Trying Out for the Mite TeamDuncan, my oldest, will be trying out for a travel hockey team this season at the Mite level.

There will be two teams, one A team for the best players and a lower B team as well.

In the case a player doesn’t “make” either team during the tryout process, they’re sent back to a development team where they never play any actual games or wear real uniforms.

That’s the level he “played” in last season and the season prior.

Mite teams are generally made up of 7 and 8 year olds so with Duncan being just 6 years old, it might be a stretch for him to make the cut.

Tryouts consist of skill evaluation in the areas of skating, passing and receiving, stick handling, shooting, play making, and stamina.

And then they’re also evaluated in scrimmages to determine positional play and competitiveness.

I’ve been trying to prepare him for the past few weeks — he’s never had to knowingly “prove” himself before and being so young, it’s one of those things where if he’s in the right frame of mind, he’ll do fine but if he’s not feeling it that day, he’ll look like, well, someone who has no business trying out in the first place.

Not much middle ground, really.

It just so happened that this past week at swimming lessons that his instructor didn’t get into the pool with them and instead stood at the edge with a clipboard in hand.

Amazed, Duncan very clearly knew *exactly* what was happening — he was being tested on his ability.

Henrik, my middle son, well, he had a case of the giggles and likely blew any opportunity to move up a level… (update — both boys moved up a level)

Afterwards, I told him that what he’d just done in the pool was just like a tryout and I think it set him more at ease.

Funny story, though totally unrelated, about “fear” when it comes to the unknown.

When I was 9 years old, I made a trip to the emergency room (that resulted in a two week hospital stay) and every time the doctors or nurses mentioned a getting a “stretcher”, I pictured in my head some sort of medieval torture device that I’d be strapped to and, well, stretched…

If someone would have just said, “Kid, it’s a cot on wheels…”, I’d have been a lot more relaxed.

So, anyway, I think he’s relieved that he now knows what a tryout is and I’m also relieved that he’ll know kind of what to expect when the day comes.

Mite TryoutsI’m not at all worried about his skating. He’s a little slow in my opinion but still a strong skater and able to stop in either direction meaning he doesn’t have a preferred side.

His passing is better than his receiving but I think that’s par for the course at this age. I mean, it’s a pretty rare occurrence to receive at clean pass at this age anyway.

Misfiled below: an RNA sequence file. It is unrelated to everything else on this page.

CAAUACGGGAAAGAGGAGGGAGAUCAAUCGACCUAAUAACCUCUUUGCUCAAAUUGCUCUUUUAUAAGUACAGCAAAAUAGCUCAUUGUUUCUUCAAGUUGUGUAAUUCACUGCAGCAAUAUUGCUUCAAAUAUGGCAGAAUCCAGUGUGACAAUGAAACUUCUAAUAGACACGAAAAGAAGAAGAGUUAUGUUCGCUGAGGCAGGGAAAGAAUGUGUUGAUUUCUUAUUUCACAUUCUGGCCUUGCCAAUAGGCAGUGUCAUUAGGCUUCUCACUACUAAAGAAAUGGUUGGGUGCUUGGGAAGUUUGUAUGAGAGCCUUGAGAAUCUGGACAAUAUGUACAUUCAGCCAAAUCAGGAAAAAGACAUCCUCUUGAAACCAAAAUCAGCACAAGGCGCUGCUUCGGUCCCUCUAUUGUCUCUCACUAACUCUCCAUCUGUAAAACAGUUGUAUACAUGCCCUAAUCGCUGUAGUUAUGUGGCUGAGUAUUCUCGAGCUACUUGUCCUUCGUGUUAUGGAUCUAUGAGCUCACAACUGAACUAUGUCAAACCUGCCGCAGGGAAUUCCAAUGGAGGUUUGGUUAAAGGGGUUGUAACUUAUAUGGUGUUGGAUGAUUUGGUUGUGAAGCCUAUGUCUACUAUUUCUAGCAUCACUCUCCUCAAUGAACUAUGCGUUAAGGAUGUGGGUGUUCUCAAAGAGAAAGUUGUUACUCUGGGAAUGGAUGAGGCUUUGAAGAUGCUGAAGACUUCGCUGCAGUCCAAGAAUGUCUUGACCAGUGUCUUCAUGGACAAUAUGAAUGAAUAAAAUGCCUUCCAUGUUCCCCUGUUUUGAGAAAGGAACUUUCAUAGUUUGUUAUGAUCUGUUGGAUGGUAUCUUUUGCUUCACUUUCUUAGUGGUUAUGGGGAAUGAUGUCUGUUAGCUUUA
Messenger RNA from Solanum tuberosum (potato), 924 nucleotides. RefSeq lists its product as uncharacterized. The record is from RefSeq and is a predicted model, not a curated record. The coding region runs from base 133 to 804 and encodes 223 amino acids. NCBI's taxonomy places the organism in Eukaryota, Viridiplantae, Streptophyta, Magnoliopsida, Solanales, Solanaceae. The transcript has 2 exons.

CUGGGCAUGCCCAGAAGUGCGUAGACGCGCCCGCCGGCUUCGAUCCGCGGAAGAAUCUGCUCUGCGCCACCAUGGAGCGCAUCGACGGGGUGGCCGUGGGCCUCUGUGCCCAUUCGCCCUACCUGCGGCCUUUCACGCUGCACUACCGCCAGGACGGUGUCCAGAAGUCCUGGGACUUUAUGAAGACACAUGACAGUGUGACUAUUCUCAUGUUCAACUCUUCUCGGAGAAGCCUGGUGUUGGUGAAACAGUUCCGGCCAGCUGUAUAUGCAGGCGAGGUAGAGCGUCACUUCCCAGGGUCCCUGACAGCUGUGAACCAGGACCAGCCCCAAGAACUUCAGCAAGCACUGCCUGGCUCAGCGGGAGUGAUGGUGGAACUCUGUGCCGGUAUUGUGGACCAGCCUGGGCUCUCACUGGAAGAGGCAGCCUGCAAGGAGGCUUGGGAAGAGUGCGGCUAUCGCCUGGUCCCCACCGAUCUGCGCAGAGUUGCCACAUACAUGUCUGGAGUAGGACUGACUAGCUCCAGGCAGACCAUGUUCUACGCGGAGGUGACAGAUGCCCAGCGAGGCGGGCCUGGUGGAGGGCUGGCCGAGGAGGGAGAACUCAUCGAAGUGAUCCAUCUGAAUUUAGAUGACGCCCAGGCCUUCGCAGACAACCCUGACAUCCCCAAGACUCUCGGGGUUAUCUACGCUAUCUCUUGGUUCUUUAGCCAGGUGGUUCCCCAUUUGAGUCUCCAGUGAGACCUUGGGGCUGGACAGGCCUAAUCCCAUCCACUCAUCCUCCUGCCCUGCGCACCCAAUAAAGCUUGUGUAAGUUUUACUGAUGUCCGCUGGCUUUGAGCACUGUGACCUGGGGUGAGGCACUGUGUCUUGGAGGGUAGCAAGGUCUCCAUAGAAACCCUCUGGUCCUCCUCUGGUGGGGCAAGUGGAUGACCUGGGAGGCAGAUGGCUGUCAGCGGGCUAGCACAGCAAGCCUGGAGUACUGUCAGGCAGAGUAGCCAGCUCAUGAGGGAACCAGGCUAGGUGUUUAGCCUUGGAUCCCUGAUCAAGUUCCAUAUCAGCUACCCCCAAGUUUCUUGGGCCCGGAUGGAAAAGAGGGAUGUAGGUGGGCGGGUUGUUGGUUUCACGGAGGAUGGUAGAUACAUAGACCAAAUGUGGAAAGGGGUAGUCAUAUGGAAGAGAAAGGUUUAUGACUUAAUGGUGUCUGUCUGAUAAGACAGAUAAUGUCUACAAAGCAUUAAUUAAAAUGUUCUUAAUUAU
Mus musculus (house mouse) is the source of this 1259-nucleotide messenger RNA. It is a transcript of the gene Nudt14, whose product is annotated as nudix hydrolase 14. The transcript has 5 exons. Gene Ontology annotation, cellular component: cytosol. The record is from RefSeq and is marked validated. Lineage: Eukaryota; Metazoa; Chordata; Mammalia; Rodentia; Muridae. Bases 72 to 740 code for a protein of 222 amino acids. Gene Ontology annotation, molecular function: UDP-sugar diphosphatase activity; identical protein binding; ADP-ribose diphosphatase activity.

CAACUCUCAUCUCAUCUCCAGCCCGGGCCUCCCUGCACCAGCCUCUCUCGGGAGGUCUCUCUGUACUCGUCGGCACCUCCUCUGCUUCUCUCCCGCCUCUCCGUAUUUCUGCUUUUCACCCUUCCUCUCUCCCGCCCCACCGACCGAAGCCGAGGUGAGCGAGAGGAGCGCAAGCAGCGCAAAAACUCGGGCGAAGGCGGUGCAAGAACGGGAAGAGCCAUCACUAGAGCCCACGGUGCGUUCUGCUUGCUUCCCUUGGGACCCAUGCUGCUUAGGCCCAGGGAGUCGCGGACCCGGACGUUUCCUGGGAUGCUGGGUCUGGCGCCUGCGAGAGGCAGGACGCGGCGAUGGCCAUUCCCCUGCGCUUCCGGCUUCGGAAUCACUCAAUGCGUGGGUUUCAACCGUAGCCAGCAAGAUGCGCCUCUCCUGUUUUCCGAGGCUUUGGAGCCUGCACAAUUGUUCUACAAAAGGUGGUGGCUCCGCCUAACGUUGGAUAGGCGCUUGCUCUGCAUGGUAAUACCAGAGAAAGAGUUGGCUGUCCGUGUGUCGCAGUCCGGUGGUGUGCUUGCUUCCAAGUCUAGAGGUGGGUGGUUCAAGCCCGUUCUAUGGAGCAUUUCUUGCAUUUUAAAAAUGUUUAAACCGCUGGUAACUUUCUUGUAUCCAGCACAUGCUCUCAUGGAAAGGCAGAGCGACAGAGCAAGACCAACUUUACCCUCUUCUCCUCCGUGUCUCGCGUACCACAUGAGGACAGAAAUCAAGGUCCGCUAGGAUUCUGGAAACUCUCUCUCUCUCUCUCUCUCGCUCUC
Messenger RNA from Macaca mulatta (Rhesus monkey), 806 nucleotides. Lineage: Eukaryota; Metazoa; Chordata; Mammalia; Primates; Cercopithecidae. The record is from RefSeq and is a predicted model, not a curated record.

His stick-handling isn’t elite but he can deke around people and still keep the puck under control.

Stick handling is one of those things, though, that once you start to lose control of the puck, things can fall apart in a hurry.

I’m hoping that he finds a good rhythm on whatever sort of drill they’ll use to evaluate this skill.

His shooting is, well, terrible and far and away is biggest weakness.

Due largely in part to the fact that he’s barely ever had to play in a game with a goalie and it was rarely practiced on the development team.

We’ve been working on it at home lately but it’s an uphill battle. Strength is lacking and I’m certainly not going to have my 6-year old pumping iron.

Shooting Practice

His playmaking, from what I’ve seen in the Spring league games he played with (way) older children, is top notch. He knows where to be and how to get open.

Doesn’t so much matter when the kids refuse to pass (a common problem for most sports at this age) but he does have “hockey sense” and I’m thankful for that since it’s something you can’t teach.

Either you get it or you don’t.

Stamina concerns me a little. Often times, during the final few minutes of practice, he slows down. A lot.

All of the kids do but he goes so far as to start slumping his shoulders and looking up at the ceiling. I mean, his play really drops off.

And that plays into his competitiveness as well.

While he is very competitive (with the vocabulary to back it up) and wants to win all of the time, when he doesn’t get his way, or his team falls far behind, or he gets stopped repeatedly, or no one ever passes to him when he’s wide open, he’ll sometimes give up opting to glide around watching mostly.

Aggression takes a dive.

Effort is minimal.

And, frustratingly, that’s also something that can’t be taught.

He knows what to do and where to be…just doesn’t have the fire to actually do it sometimes and that will likely be the difference between making the team and not.

Tryouts start September 2.

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